A breakout occurs when prices are able to clear a prior price area that has been a point of resistance in the past. But this doesn't mean all breakouts are the same. A breakout can occur after a decline that is followed by a period of whippy consolidation - that in time "tightens up." It can occur in one fast move from a low to and above a prior high. Not the ideal entry. It can also occur after a rally that is followed by a period of consolidation. Consolidations can happen in various forms, a base being the most widely used. Ideally, a tight base or a tightening in the last few bars occurs just prior to the breakout. Let's review some examples. In the above example, prices began to move up after a retest of the prior low and rallied all the way back up to the prior resistance area. The second to last candle that formed was a Topping Tail (TT) that signaled that sellers are focused on the prior high area - resistance. However, the next candle ignored the TT or in other words, buyers continued to step up regardless of the prior resistance area; a bullish sign. Prices could continue higher above the prior high and the supply of shares there. But without a small period of consolidation that would display buyers "absorbing" that supply, the likelihood of a retracement into the prior rally is high. Absorbing that supply reduces the possibility of a breakout failure. Some buyers that own shares from lower prices are going to sell at resistance after such a move. If prices move above the prior high without a stalling first, many more are going to cash in on the quick profit. Buying a breakout after a straight through rally above the prior high from a low can be done, but not without a stop-loss based on the move. The size of the stop and share-size must take into consideration the retracement that is more than likely to occur. In the above example, Prices rallied from a base after the signal bar formed. The initial move stalled for moment (shaded area) where the opens and closes of the three candles are overlapping. Pristine students know these overlapping opens and closes are a base on a lower time frame. This is where buyers will step up on a pullback, should that occur. That pullback did not occur here, rather buyers continued to step up above that level and form a new pivot low; a bullish sign. That low provided a new support reference point that was taken advantage of on the rested. The last bar engulfed the most recent candles, which is bullish and tells us that buyers are anticipating a breakout above the recent resistance. Large bullish engulfing bars like the one seen are typically followed by a smaller candle or candles. Typically does mean always, especially with this pattern since the bullish bar came after a period of consolidation and retest. In this example, prices broke out of a whippy consolidation and while there were clues that shares were being accumulated, there was no clear signal bar of the breakout occurring at that moment as there was in the prior example. This long period of uncertainty was followed by two Bullish Wide Range Bars (+WRB) signaled huge increase in buyers and higher prices. Fast, igniting moves like this create a void of price support below. However, this pattern (two +WRBs out of a consolidation) is less likely to correct by pulling back since the move began from a consolidation. It is also less likely for prices to base or consolidate for a long time for the same reason. The last candle in the pattern actually signals the low of the correction after the +WRBs and higher prices - a breakout - will follow soon. I have shown you the same stock Boeing (BA) in different time frames and explained how to interpret the price movement in those time frames. Traders using these time frames or others could potentially enter BA on signals that come together at the same time. This is what makes for explosive moves when they happen. However, each could also enter at different times depending how the patterns developed from here. For example, the traders using the weekly time frame could enter on the next candle's move above the high, which could happen immediately. To the trader on the hourly time frame that entry would not be ideal since there is no clear reference support level to use as stop-loss because of the straight up momentum move. Also, such a move would certainly setup other new entry points in the hourly time frame or other lower ones. All traders can have the same bias, but entering at very different times. All entries can be right for that trader in their time frame of choice with confirming price patterns. Pristine Tip: Intra-day traders use signals from higher time frames for a bias and then trade signals (price patterns) in a lower time frame in alignment with that bias. Greg Capra President & CEO Pristine Capital Holdings, Inc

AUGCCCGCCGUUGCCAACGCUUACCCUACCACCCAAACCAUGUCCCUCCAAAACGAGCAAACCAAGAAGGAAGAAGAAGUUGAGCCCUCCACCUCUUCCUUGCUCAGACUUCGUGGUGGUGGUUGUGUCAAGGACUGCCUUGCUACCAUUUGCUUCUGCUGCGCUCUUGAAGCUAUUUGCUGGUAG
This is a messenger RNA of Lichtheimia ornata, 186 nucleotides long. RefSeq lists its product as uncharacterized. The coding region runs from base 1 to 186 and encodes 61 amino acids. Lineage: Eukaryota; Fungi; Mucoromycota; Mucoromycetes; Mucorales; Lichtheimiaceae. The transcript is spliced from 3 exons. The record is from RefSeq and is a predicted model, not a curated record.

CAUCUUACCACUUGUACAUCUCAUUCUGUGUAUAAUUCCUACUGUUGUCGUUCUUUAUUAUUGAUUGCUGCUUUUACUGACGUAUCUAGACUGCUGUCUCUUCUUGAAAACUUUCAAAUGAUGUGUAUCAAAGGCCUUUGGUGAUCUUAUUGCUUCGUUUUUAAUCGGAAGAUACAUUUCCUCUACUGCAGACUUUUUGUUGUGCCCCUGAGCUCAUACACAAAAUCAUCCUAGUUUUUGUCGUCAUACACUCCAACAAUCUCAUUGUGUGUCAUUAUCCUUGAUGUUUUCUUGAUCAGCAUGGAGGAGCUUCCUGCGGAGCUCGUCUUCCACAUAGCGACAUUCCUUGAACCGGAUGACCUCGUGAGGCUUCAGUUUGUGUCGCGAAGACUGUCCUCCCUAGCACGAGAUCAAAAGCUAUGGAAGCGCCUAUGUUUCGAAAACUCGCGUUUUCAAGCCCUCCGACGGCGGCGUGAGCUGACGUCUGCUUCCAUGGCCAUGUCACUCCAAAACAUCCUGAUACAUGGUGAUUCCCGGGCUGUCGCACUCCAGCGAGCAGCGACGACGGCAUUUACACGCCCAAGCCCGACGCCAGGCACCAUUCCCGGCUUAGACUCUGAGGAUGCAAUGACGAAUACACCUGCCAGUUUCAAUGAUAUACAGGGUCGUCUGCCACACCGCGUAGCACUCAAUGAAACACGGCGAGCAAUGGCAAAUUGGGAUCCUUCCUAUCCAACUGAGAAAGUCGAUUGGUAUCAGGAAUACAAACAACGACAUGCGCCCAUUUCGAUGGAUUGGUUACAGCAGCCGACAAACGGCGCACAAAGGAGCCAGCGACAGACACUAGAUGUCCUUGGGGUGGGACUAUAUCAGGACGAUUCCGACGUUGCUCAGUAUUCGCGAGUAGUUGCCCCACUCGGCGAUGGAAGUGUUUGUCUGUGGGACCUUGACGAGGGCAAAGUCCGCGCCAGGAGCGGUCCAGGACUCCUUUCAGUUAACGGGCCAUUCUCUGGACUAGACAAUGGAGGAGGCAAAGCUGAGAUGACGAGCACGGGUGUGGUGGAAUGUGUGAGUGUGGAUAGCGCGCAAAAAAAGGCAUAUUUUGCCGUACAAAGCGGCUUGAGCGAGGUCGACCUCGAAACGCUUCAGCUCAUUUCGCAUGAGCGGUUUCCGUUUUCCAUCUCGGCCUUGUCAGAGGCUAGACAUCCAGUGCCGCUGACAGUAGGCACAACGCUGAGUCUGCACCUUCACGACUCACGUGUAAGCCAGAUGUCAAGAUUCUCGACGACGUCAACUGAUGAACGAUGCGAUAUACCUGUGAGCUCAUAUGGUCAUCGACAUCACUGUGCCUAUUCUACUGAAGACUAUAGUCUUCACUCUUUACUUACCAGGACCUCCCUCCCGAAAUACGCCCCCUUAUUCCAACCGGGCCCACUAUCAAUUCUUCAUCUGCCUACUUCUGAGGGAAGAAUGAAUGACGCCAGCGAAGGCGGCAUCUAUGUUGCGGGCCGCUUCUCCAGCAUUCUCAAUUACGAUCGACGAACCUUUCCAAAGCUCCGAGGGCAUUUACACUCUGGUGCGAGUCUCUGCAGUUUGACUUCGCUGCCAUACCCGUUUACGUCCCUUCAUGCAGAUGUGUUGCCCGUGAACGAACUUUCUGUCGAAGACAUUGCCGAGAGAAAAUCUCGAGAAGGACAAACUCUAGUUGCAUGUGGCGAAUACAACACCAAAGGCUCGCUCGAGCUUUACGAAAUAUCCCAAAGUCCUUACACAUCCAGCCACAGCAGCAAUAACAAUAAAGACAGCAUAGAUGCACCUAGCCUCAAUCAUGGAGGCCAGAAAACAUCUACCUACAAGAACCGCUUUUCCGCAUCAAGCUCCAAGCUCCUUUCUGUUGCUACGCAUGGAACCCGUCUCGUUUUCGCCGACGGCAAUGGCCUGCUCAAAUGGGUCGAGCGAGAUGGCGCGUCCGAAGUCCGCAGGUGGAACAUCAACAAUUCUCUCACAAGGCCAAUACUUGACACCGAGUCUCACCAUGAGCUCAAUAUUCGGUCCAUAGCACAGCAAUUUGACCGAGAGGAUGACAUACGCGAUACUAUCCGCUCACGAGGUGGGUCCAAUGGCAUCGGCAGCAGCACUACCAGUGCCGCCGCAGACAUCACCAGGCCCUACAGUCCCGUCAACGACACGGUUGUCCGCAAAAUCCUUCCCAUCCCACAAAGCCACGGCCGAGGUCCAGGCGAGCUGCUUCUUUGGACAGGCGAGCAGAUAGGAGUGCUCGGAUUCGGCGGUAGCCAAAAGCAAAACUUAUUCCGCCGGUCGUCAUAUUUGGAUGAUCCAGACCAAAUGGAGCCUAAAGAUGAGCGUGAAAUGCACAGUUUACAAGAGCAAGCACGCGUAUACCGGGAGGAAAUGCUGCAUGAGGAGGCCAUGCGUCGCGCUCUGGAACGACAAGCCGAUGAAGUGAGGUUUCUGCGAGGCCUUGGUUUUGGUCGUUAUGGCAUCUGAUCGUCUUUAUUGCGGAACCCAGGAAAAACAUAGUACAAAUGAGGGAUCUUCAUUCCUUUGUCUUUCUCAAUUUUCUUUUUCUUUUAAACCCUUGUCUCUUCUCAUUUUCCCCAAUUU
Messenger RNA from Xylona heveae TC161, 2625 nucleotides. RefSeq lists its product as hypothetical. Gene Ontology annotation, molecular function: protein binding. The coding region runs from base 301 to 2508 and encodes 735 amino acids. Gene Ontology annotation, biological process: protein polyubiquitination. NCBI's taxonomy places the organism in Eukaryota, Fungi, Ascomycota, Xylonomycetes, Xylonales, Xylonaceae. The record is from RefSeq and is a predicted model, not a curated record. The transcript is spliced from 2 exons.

25. A Trader's Progress

    There is a common sequence of events that most traders go through during their development. This begins when many of the strategies that the trader is learning begin to come together and the trader begins to see the light. This can happen slowly with a cautious trader who has been paper trading or playing with a small share size. This can happen for aggressive traders as they start to have some big numbers in profit on some of their better days. However, while the trader begins to feel good, there usually are some lingering problems. While the light seems to be coming on, the account is not growing. It seems that every time some progress is being made, something happens that stops this progress and the account does not grow. It is 'one step forward, and two steps back'. If this is something that you can relate to, you are not alone. Spending time in this area to understand this process is very important to your development as a trader. If you review your records you will likely find several good trades throughout the week, and then a bad trade. One so bad it really sticks out. So bad, it erases all the hard work of the prior gains that you were so proud of. It may show up as several profitable days and then one day that erases all the prior gains. If this is the problem you are having, there is good news and bad. The good news is that you are now doing well with the 'technical part' of trading, and now have to deal with the psychological part. The bad news is that you are now doing well with the 'technical part' of trading, and now have to deal with the psychological part! Psychology is not an easy thing to deal with. The answer? First, it's self awareness. It's identifying the issues at hand as being psychological. Once we've admitted we have the problem, we must build and change our Psychology so that it is conducive to making money in the markets consistently and without fail. We teach many procedures that traders can take to help their progress at this point. Use a trading plan, keep detailed records, and track the strategies you use. Print charts of your trades to analyze your discipline, trading plan, and strategies. Make a plan to eliminate recurring problems. Use money management that prevents catastrophic trades or days. Once the trader eliminates their 'demons', they will likely see an improvement in their trading. Unfortunately, that is not the end of the psychological issues. Sometimes a trader uses all of the above tactics to make great improvements and even become successful, then gets 'over confident' with their new success and abandons everything that got them where they are. The road will always be full of new challenges, the traders that thrive have on ongoing plan and a commitment to patience and discipline. Jared Wesley Contributing Editor Interactive Trading Room Moderator Gap, Intra-Day and Swing Trading Specialist Instructor and Traders Coach